The outcome of social skills training based on this book will be that students will behave in ways that promote positive, effective interactions with others.  The indicators for this outcome will be that students:

  • identify, label, and describe facial expressions that show specific emotions
  • recognize, interpret, and use gestures and nonverbal language appropriately
  • perceive and explain other people's perspectives
  • make appropriate inferences based on visual and/or context clues
  • make multiple, logical interpretations of a given scenario
  • identify and solve problems
  • make and keep friends
  • respect others
  • negotiate conflicts, seeking mutually pleasing resolutions
  • support others, even when that means bending the truth to be kind
  • read between the lines to differentiate the true meaning of a spoken comment vs. the surface meaning of only the words

The activity sheets in this book are intended as fodder for stimulating discussion, modeling as necessary, and sharing related personal experience.  The need for writing is minimal; all written activities may be done orally.  In some cases, you may want to work through an activity sheet along with your students and then have them complete the sheets independently for reinforcement.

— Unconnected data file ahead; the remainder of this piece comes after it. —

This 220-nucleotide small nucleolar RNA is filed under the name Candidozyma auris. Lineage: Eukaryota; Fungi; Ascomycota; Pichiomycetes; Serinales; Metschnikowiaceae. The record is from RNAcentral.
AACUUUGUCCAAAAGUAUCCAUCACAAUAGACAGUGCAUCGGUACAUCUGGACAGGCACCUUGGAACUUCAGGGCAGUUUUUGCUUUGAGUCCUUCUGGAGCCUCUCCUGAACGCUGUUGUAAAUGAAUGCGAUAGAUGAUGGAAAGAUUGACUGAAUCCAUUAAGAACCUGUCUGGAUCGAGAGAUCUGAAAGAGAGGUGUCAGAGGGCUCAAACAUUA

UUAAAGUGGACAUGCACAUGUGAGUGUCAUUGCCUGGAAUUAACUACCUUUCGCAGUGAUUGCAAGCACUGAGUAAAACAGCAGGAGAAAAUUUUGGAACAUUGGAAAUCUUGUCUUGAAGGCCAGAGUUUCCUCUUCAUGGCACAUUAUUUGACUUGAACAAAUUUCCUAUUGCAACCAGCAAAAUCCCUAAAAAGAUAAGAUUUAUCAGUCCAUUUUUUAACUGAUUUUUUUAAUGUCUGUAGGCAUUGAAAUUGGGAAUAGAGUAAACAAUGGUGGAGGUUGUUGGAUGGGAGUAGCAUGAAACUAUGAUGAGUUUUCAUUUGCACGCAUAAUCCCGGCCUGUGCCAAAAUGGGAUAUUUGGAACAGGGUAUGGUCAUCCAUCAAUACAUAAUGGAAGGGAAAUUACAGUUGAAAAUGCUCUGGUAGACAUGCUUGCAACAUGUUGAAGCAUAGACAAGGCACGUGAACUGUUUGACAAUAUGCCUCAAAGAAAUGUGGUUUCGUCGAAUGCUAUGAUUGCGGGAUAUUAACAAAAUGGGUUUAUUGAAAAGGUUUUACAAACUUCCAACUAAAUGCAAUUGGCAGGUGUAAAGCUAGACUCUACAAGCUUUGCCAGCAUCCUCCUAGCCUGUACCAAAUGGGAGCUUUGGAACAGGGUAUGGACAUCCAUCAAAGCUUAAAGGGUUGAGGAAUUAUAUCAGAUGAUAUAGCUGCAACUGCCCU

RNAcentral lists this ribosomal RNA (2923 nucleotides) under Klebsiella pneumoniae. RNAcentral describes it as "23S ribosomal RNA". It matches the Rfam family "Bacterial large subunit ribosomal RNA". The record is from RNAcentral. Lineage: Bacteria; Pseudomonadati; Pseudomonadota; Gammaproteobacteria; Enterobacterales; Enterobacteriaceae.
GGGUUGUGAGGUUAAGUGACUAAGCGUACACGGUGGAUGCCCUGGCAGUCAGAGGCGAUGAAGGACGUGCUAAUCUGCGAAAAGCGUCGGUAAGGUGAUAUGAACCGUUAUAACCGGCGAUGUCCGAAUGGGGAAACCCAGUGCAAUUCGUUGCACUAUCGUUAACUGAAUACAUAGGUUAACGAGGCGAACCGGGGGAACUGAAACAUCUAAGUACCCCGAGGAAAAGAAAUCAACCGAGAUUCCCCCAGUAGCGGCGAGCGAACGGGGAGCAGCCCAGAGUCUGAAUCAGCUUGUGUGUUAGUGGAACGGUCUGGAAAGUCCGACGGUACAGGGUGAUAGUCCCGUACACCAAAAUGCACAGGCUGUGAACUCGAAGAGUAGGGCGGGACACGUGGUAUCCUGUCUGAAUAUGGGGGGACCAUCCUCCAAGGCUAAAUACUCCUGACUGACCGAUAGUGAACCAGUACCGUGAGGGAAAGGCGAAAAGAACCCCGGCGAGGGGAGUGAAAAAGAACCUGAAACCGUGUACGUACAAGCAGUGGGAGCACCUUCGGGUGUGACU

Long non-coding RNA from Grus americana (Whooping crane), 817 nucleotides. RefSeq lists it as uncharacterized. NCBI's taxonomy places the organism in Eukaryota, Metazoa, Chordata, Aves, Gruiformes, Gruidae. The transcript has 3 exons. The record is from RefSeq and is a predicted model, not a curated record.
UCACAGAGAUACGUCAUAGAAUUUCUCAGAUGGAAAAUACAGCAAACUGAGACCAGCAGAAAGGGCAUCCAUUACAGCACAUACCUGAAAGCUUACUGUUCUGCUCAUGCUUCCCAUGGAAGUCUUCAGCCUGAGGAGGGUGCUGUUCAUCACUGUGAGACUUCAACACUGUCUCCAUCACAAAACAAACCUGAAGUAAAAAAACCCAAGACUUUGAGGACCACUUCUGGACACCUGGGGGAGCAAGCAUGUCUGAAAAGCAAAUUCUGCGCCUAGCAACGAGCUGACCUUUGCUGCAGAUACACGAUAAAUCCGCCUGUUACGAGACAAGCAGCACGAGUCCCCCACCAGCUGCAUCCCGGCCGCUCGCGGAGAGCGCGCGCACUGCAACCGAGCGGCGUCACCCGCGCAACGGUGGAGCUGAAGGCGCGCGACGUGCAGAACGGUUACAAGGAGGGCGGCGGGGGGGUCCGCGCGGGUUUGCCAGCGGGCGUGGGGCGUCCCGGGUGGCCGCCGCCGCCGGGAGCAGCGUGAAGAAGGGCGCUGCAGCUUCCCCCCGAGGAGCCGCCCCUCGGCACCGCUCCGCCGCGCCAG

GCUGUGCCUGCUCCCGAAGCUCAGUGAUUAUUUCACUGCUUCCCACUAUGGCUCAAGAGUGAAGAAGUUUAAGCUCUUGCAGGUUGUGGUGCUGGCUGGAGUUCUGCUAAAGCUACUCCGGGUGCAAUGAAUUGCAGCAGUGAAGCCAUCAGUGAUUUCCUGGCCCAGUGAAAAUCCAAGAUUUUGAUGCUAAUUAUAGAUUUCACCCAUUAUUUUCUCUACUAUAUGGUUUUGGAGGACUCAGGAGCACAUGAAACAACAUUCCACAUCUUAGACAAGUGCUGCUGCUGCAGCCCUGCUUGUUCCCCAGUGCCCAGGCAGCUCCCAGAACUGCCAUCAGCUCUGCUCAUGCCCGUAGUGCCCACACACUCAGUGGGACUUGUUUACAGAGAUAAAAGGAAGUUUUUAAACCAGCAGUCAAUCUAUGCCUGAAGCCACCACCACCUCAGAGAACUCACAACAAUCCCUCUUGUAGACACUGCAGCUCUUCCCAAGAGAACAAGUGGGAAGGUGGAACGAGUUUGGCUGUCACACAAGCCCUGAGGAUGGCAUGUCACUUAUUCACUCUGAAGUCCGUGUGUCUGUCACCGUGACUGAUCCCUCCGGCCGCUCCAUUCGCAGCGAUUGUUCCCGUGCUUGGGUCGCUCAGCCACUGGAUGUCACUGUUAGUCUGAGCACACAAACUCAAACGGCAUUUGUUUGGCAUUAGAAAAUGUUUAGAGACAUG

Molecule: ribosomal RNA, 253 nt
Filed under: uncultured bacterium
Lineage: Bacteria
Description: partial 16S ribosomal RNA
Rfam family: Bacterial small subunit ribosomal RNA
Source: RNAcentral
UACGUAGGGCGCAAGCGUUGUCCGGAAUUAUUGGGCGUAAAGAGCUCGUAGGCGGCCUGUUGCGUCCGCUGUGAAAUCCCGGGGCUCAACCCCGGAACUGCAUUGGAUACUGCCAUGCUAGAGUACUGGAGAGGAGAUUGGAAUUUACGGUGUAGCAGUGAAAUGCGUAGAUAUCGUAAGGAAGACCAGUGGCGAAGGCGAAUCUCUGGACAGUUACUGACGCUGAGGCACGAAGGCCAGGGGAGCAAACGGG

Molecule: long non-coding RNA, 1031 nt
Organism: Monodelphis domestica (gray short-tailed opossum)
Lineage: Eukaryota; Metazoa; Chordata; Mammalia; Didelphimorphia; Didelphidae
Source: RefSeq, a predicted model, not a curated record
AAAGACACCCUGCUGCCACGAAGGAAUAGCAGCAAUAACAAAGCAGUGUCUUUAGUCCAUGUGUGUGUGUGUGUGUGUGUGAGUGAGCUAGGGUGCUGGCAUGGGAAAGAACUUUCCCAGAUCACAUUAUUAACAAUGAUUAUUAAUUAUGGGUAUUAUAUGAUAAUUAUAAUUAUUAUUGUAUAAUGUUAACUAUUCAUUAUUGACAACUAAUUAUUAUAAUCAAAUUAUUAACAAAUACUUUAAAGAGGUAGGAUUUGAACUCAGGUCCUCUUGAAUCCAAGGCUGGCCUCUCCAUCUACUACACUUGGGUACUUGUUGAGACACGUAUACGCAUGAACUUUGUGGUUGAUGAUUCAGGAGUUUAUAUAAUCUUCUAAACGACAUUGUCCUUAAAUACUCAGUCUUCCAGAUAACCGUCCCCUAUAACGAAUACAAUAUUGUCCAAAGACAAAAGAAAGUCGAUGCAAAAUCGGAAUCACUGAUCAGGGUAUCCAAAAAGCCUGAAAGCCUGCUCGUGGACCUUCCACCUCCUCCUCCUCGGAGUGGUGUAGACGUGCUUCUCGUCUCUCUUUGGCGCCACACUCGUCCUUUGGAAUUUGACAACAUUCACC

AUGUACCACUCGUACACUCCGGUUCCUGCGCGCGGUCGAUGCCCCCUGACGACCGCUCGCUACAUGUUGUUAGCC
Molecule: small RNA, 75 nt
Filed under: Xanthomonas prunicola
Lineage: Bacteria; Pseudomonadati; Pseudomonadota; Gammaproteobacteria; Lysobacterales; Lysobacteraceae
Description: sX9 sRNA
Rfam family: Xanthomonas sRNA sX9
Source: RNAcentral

An answer key is provided for your reference.  Please note that the answers listed are simply examples; accept other logical answers as correct.

Depending on your students' skill levels, use the scene illustrations within this book or from other sources as the basis for role-playing.  Work with your students to create a logical script for them to enact.

The more you talk with your students about people's expressions, thoughts, intentions, and problem-solving, the more they will recognize the value of considering other people's perspectives.  That knowledge should yield increased empathy and respect for others.  It should also help your students consider the consequences of their actions in terms of other people's opinions as well as their own.

We hope you and your students enjoy this resource as much as we enjoyed putting it together!

Linda and Carolyn